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It is called Magazine Cottage and is believed to have been used as a store for gunpowder during the Civil War. It was built by the LeStrange family who we will find out more about next week. As I walked past the village pub (King William IV), and down a side road, I saw a sign for a local archaeological project:
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I was intrigued. I decided to visit. As well as the actual dig site there were a number of displays and talks about the finds and other general info about life in Anglo Saxon times. Volunteer diggers camp in the next field to the excavation site:
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And some site facilities are what might be termed primitive. Note, in the pic below, only one tap can be used for drinking water:
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Here are some of the displays, starting with the skulls:
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And here are three Action Men but each item they are wearing has been hand made by a guy who is very interested in the period. He’d also made models of some of the “machines” (e.g. boulder launching catapults) the Romans used in sieges and attacks in battle.
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Next was a display of what they believe may have been types of food from Anglo Saxon times. The front page of the booklet to the right of pic (sorry chopped off due to trying to get all the food dishes in) says “Dishes made on the day course – Cooking up an Anglo-Saxon feast”:
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I also attended one of the 20 minute talks in a side tent. Time to put thinking cap on! Amongst other things, I learnt that an analysis of the chemicals in bones can suggest an area of the country where the individual lived. How? This is because the mix of certain elements in the water in different parts of the country can be quite specific to that area. Apparently, if you live in an area for 10 years or more, your bones will have levels of certain chemicals that have been absorbed from drinking the water in that area that will be the same as the water itself. The archaeologists compare the levels of two particular chemicals, strontium & oxygen, in the water, with the levels in the bones they find. They can then tell whether the people had lived in that area for about 10 years before their death or had moved to it from another part of the country.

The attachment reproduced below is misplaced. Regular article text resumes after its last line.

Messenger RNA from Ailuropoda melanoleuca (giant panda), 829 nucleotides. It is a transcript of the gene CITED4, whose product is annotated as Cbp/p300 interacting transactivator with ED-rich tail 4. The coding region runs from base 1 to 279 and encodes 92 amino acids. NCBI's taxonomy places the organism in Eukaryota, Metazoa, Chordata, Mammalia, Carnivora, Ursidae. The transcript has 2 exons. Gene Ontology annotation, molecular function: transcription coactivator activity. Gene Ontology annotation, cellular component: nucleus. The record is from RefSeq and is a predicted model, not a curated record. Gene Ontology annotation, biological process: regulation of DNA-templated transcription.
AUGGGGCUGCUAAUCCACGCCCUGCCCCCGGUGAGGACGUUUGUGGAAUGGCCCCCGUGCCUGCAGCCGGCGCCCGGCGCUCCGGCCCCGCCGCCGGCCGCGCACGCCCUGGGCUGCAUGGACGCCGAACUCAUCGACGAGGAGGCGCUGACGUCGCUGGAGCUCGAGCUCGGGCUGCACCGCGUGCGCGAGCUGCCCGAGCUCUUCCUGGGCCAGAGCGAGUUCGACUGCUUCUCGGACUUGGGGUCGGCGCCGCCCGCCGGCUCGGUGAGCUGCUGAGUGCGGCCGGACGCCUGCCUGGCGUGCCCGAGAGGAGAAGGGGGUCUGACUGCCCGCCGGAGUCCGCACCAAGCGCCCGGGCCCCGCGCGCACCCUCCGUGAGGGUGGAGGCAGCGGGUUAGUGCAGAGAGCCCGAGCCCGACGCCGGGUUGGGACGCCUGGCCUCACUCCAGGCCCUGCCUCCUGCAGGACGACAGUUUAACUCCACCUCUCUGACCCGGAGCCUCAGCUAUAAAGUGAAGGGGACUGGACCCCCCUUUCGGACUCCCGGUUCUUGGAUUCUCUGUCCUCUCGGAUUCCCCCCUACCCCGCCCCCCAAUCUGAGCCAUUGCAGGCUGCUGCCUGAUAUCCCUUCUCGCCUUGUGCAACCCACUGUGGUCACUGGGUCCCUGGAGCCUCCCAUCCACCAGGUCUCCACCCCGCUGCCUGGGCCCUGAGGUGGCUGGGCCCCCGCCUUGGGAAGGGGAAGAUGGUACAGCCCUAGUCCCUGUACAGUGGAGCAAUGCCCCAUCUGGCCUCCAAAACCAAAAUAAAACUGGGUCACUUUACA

Soon it was off to retrace the 3 miles back to the cottage and give my brain, as well as my legs, a rest; it had been a fascinating and very instructive time at the site. As I made my way across the field behind the site, to begin the trek home, I came across this unusual sight:
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Starting with the standing white horse look left to the brown standing horse and then to, what seems to be, a brown “blob” on the floor. This “blob” really was a horse lying on its side. Every so often its tail would flick up and down but it remained in this position the whole time I was crossing the field. Was it tired or maybe sunbathing? Do horses lie down if they’re tired? Do horses sunbathe?
The following day I did a short walk, along the sea front, in the nearby town of Hunstanton. Apparently it is the only resort on the East Coast of England which actually faces west! (You’d have to look at a map to see why.) The town motto (in Latin of course) is Alios delectare iuvat, which translates to “It is our pleasure to please”. I was pleased after my visit so I suppose they succeeded. I sat down on a bench for a quick sandwich and drink. I found it was one of those which had been erected in memory of someone who’d died. Here’s the plaque:
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Paul Richard Moore was not famous; I, you and lots of other people, will have never heard of him but clearly he was, and still is, VERY special to those who’d put the bench there in his memory. We don’t know how he died but look at his age – just under 30 years old. Now pause for a moment and think about that. Perhaps many readers of this post are younger or just coming up to it or some maybe past that age. Imagine if that was to be all time you would have. It’s always a great sadness when parents outlive their children as it’s one of those things, like this lad’s parents, you just don’t expect to happen. I spent a few minutes in quiet reflection: each moment we’re alive we’re making withdrawals from “The Bank of Time” but without knowing the balance left in our account! Of course, no deposits are possible and you can’t be overdrawn – but your account will be closed at some point! How we “spend” our time is important.
Walking just a short distance from the bench, I saw this. It was time to put that thinking cap on again.
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Closer inspection of the info board revealed some interesting stuff.
The wall in the pic is what is left of a chapel built in 1272AD in memory of King Edmund. Apparently he’d landed, from Germany, in 855AD and, a few years later, was crowned King of East Anglia whilst still only a boy. There was peace for a while but then invaders came from Denmark. The king was captured and, when pressed, refused to give up his Christian faith. He was tied to a tree and shot by Danish archers in 870AD aged about 29. He was interred at a place called Beodericsworth which later became known as St Edmunds Bury and finally the town we know today as Bury St Edmunds. He became the first patron saint of England and remained so for about 400 years. The current patron saint (George) was not adopted until the end of the 14th cent. Not a lot of people know that!
I came across this (Latin) motto: Alis Aptar Scientis. It means “Ready for the wings of knowing”. Well are you?